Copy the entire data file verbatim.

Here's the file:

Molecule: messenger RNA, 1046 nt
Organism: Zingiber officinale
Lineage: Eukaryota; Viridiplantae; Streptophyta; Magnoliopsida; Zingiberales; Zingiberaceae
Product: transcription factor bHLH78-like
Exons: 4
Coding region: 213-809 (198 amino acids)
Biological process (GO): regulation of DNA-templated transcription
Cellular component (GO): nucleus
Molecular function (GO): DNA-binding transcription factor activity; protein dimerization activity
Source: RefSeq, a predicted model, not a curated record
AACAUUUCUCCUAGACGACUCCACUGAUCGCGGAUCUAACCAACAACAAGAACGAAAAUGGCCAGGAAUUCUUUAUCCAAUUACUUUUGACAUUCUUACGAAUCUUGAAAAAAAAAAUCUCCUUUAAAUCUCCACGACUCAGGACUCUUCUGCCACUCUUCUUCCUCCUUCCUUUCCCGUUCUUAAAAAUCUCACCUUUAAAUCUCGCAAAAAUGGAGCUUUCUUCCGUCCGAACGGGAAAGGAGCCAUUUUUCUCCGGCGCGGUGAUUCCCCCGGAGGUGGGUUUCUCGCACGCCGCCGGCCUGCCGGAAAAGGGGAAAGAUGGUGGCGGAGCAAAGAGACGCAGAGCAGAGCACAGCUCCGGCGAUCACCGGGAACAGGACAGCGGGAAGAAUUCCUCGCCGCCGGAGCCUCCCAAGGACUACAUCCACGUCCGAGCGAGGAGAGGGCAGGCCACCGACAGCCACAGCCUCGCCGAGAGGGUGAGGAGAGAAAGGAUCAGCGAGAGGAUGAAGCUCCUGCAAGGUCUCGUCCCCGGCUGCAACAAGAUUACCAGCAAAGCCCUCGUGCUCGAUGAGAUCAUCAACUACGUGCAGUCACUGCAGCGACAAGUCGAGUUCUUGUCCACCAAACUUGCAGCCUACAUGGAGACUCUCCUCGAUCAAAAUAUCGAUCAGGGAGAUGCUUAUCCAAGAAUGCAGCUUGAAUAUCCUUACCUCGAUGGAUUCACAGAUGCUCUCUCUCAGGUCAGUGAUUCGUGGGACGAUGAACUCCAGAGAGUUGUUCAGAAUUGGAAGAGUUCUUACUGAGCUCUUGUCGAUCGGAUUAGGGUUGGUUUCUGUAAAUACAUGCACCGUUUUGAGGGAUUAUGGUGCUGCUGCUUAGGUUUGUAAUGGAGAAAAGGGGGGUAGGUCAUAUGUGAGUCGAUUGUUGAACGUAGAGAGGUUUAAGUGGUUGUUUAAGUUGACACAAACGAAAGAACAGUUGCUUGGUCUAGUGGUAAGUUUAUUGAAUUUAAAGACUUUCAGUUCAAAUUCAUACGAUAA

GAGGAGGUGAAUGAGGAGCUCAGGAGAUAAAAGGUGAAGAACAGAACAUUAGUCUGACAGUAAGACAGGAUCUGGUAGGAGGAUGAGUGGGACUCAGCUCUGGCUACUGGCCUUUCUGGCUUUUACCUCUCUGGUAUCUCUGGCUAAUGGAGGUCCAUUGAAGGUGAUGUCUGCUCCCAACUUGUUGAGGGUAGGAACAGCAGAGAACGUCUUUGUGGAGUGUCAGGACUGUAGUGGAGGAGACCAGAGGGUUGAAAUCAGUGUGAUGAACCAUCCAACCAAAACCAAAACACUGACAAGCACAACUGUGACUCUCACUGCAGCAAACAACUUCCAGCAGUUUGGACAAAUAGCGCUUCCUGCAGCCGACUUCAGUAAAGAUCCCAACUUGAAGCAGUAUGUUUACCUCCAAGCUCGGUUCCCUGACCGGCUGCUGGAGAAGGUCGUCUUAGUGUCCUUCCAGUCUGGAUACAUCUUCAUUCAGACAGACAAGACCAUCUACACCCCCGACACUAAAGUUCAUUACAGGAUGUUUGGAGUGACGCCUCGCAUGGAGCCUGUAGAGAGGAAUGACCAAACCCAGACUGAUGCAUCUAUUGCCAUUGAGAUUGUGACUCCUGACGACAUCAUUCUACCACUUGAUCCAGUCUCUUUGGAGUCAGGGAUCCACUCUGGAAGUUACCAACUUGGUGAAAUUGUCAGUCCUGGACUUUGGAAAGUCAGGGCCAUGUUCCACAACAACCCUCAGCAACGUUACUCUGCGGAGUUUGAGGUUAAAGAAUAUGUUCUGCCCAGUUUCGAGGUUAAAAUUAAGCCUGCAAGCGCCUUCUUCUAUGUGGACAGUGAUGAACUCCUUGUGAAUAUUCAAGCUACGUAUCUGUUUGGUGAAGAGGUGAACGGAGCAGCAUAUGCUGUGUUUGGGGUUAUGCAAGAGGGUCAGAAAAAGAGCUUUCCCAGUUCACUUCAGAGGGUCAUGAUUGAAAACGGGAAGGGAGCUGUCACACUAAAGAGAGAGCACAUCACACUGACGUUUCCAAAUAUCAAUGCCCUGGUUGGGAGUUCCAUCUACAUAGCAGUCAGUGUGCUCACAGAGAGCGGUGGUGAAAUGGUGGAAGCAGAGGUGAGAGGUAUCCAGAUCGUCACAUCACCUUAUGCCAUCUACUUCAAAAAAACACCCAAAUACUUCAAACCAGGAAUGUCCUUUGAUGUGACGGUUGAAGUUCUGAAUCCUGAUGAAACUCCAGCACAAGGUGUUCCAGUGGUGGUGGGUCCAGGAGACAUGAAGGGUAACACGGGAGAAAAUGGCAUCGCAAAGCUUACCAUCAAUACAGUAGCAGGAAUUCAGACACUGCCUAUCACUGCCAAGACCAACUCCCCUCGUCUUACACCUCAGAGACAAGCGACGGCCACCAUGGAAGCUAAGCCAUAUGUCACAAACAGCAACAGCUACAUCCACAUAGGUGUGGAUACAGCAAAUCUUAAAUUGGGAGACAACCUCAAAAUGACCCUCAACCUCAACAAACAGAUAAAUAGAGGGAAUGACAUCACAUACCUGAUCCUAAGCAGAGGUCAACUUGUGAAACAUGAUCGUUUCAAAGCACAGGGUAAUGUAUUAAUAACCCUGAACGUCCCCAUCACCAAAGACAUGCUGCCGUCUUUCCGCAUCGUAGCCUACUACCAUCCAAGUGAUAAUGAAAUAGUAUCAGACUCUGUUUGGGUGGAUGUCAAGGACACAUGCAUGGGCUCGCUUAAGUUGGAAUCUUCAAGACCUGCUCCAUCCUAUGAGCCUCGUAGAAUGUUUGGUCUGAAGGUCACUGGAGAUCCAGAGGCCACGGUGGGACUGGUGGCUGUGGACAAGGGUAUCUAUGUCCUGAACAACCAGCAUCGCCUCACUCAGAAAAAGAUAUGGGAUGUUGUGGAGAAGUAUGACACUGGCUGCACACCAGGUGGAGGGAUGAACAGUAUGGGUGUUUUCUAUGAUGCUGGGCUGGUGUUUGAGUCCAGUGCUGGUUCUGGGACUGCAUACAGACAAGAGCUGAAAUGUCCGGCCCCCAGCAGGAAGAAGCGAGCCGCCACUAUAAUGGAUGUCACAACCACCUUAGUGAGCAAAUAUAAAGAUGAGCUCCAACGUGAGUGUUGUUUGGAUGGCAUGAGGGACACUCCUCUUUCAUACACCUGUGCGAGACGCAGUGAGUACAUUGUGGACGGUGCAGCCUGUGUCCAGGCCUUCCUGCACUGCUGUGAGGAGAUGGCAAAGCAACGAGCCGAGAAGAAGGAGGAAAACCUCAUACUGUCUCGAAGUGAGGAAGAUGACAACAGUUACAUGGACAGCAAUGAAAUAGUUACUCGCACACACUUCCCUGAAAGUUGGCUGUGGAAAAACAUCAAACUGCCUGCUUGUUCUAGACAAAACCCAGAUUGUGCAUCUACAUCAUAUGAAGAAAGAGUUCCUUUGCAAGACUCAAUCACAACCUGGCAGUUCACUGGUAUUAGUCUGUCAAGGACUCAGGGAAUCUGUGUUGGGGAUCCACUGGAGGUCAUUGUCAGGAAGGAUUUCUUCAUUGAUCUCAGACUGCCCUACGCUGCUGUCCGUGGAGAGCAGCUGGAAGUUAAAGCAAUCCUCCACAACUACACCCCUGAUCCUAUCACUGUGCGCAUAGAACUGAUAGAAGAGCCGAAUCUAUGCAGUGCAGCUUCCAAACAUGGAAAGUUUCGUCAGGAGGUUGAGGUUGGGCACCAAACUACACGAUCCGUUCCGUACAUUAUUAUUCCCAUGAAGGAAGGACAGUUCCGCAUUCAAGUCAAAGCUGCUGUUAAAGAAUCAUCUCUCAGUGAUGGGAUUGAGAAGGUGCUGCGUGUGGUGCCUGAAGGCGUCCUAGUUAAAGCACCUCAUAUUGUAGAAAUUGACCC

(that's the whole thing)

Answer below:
Molecule: messenger RNA, 1046 nt
Organism: Zingiber officinale
Lineage: Eukaryota; Viridiplantae; Streptophyta; Magnoliopsida; Zingiberales; Zingiberaceae
Product: transcription factor bHLH78-like
Exons: 4
Coding region: 213-809 (198 amino acids)
Biological process (GO): regulation of DNA-templated transcription
Cellular component (GO): nucleus
Molecular function (GO): DNA-binding transcription factor activity; protein dimerization activity
Source: RefSeq, a predicted model, not a curated record
AACAUUUCUCCUAGACGACUCCACUGAUCGCGGAUCUAACCAACAACAAGAACGAAAAUGGCCAGGAAUUCUUUAUCCAAUUACUUUUGACAUUCUUACGAAUCUUGAAAAAAAAAAUCUCCUUUAAAUCUCCACGACUCAGGACUCUUCUGCCACUCUUCUUCCUCCUUCCUUUCCCGUUCUUAAAAAUCUCACCUUUAAAUCUCGCAAAAAUGGAGCUUUCUUCCGUCCGAACGGGAAAGGAGCCAUUUUUCUCCGGCGCGGUGAUUCCCCCGGAGGUGGGUUUCUCGCACGCCGCCGGCCUGCCGGAAAAGGGGAAAGAUGGUGGCGGAGCAAAGAGACGCAGAGCAGAGCACAGCUCCGGCGAUCACCGGGAACAGGACAGCGGGAAGAAUUCCUCGCCGCCGGAGCCUCCCAAGGACUACAUCCACGUCCGAGCGAGGAGAGGGCAGGCCACCGACAGCCACAGCCUCGCCGAGAGGGUGAGGAGAGAAAGGAUCAGCGAGAGGAUGAAGCUCCUGCAAGGUCUCGUCCCCGGCUGCAACAAGAUUACCAGCAAAGCCCUCGUGCUCGAUGAGAUCAUCAACUACGUGCAGUCACUGCAGCGACAAGUCGAGUUCUUGUCCACCAAACUUGCAGCCUACAUGGAGACUCUCCUCGAUCAAAAUAUCGAUCAGGGAGAUGCUUAUCCAAGAAUGCAGCUUGAAUAUCCUUACCUCGAUGGAUUCACAGAUGCUCUCUCUCAGGUCAGUGAUUCGUGGGACGAUGAACUCCAGAGAGUUGUUCAGAAUUGGAAGAGUUCUUACUGAGCUCUUGUCGAUCGGAUUAGGGUUGGUUUCUGUAAAUACAUGCACCGUUUUGAGGGAUUAUGGUGCUGCUGCUUAGGUUUGUAAUGGAGAAAAGGGGGGUAGGUCAUAUGUGAGUCGAUUGUUGAACGUAGAGAGGUUUAAGUGGUUGUUUAAGUUGACACAAACGAAAGAACAGUUGCUUGGUCUAGUGGUAAGUUUAUUGAAUUUAAAGACUUUCAGUUCAAAUUCAUACGAUAA

GAGGAGGUGAAUGAGGAGCUCAGGAGAUAAAAGGUGAAGAACAGAACAUUAGUCUGACAGUAAGACAGGAUCUGGUAGGAGGAUGAGUGGGACUCAGCUCUGGCUACUGGCCUUUCUGGCUUUUACCUCUCUGGUAUCUCUGGCUAAUGGAGGUCCAUUGAAGGUGAUGUCUGCUCCCAACUUGUUGAGGGUAGGAACAGCAGAGAACGUCUUUGUGGAGUGUCAGGACUGUAGUGGAGGAGACCAGAGGGUUGAAAUCAGUGUGAUGAACCAUCCAACCAAAACCAAAACACUGACAAGCACAACUGUGACUCUCACUGCAGCAAACAACUUCCAGCAGUUUGGACAAAUAGCGCUUCCUGCAGCCGACUUCAGUAAAGAUCCCAACUUGAAGCAGUAUGUUUACCUCCAAGCUCGGUUCCCUGACCGGCUGCUGGAGAAGGUCGUCUUAGUGUCCUUCCAGUCUGGAUACAUCUUCAUUCAGACAGACAAGACCAUCUACACCCCCGACACUAAAGUUCAUUACAGGAUGUUUGGAGUGACGCCUCGCAUGGAGCCUGUAGAGAGGAAUGACCAAACCCAGACUGAUGCAUCUAUUGCCAUUGAGAUUGUGACUCCUGACGACAUCAUUCUACCACUUGAUCCAGUCUCUUUGGAGUCAGGGAUCCACUCUGGAAGUUACCAACUUGGUGAAAUUGUCAGUCCUGGACUUUGGAAAGUCAGGGCCAUGUUCCACAACAACCCUCAGCAACGUUACUCUGCGGAGUUUGAGGUUAAAGAAUAUGUUCUGCCCAGUUUCGAGGUUAAAAUUAAGCCUGCAAGCGCCUUCUUCUAUGUGGACAGUGAUGAACUCCUUGUGAAUAUUCAAGCUACGUAUCUGUUUGGUGAAGAGGUGAACGGAGCAGCAUAUGCUGUGUUUGGGGUUAUGCAAGAGGGUCAGAAAAAGAGCUUUCCCAGUUCACUUCAGAGGGUCAUGAUUGAAAACGGGAAGGGAGCUGUCACACUAAAGAGAGAGCACAUCACACUGACGUUUCCAAAUAUCAAUGCCCUGGUUGGGAGUUCCAUCUACAUAGCAGUCAGUGUGCUCACAGAGAGCGGUGGUGAAAUGGUGGAAGCAGAGGUGAGAGGUAUCCAGAUCGUCACAUCACCUUAUGCCAUCUACUUCAAAAAAACACCCAAAUACUUCAAACCAGGAAUGUCCUUUGAUGUGACGGUUGAAGUUCUGAAUCCUGAUGAAACUCCAGCACAAGGUGUUCCAGUGGUGGUGGGUCCAGGAGACAUGAAGGGUAACACGGGAGAAAAUGGCAUCGCAAAGCUUACCAUCAAUACAGUAGCAGGAAUUCAGACACUGCCUAUCACUGCCAAGACCAACUCCCCUCGUCUUACACCUCAGAGACAAGCGACGGCCACCAUGGAAGCUAAGCCAUAUGUCACAAACAGCAACAGCUACAUCCACAUAGGUGUGGAUACAGCAAAUCUUAAAUUGGGAGACAACCUCAAAAUGACCCUCAACCUCAACAAACAGAUAAAUAGAGGGAAUGACAUCACAUACCUGAUCCUAAGCAGAGGUCAACUUGUGAAACAUGAUCGUUUCAAAGCACAGGGUAAUGUAUUAAUAACCCUGAACGUCCCCAUCACCAAAGACAUGCUGCCGUCUUUCCGCAUCGUAGCCUACUACCAUCCAAGUGAUAAUGAAAUAGUAUCAGACUCUGUUUGGGUGGAUGUCAAGGACACAUGCAUGGGCUCGCUUAAGUUGGAAUCUUCAAGACCUGCUCCAUCCUAUGAGCCUCGUAGAAUGUUUGGUCUGAAGGUCACUGGAGAUCCAGAGGCCACGGUGGGACUGGUGGCUGUGGACAAGGGUAUCUAUGUCCUGAACAACCAGCAUCGCCUCACUCAGAAAAAGAUAUGGGAUGUUGUGGAGAAGUAUGACACUGGCUGCACACCAGGUGGAGGGAUGAACAGUAUGGGUGUUUUCUAUGAUGCUGGGCUGGUGUUUGAGUCCAGUGCUGGUUCUGGGACUGCAUACAGACAAGAGCUGAAAUGUCCGGCCCCCAGCAGGAAGAAGCGAGCCGCCACUAUAAUGGAUGUCACAACCACCUUAGUGAGCAAAUAUAAAGAUGAGCUCCAACGUGAGUGUUGUUUGGAUGGCAUGAGGGACACUCCUCUUUCAUACACCUGUGCGAGACGCAGUGAGUACAUUGUGGACGGUGCAGCCUGUGUCCAGGCCUUCCUGCACUGCUGUGAGGAGAUGGCAAAGCAACGAGCCGAGAAGAAGGAGGAAAACCUCAUACUGUCUCGAAGUGAGGAAGAUGACAACAGUUACAUGGACAGCAAUGAAAUAGUUACUCGCACACACUUCCCUGAAAGUUGGCUGUGGAAAAACAUCAAACUGCCUGCUUGUUCUAGACAAAACCCAGAUUGUGCAUCUACAUCAUAUGAAGAAAGAGUUCCUUUGCAAGACUCAAUCACAACCUGGCAGUUCACUGGUAUUAGUCUGUCAAGGACUCAGGGAAUCUGUGUUGGGGAUCCACUGGAGGUCAUUGUCAGGAAGGAUUUCUUCAUUGAUCUCAGACUGCCCUACGCUGCUGUCCGUGGAGAGCAGCUGGAAGUUAAAGCAAUCCUCCACAACUACACCCCUGAUCCUAUCACUGUGCGCAUAGAACUGAUAGAAGAGCCGAAUCUAUGCAGUGCAGCUUCCAAACAUGGAAAGUUUCGUCAGGAGGUUGAGGUUGGGCACCAAACUACACGAUCCGUUCCGUACAUUAUUAUUCCCAUGAAGGAAGGACAGUUCCGCAUUCAAGUCAAAGCUGCUGUUAAAGAAUCAUCUCUCAGUGAUGGGAUUGAGAAGGUGCUGCGUGUGGUGCCUGAAGGCGUCCUAGUUAAAGCACCUCAUAUUGUAGAAAUUGACCC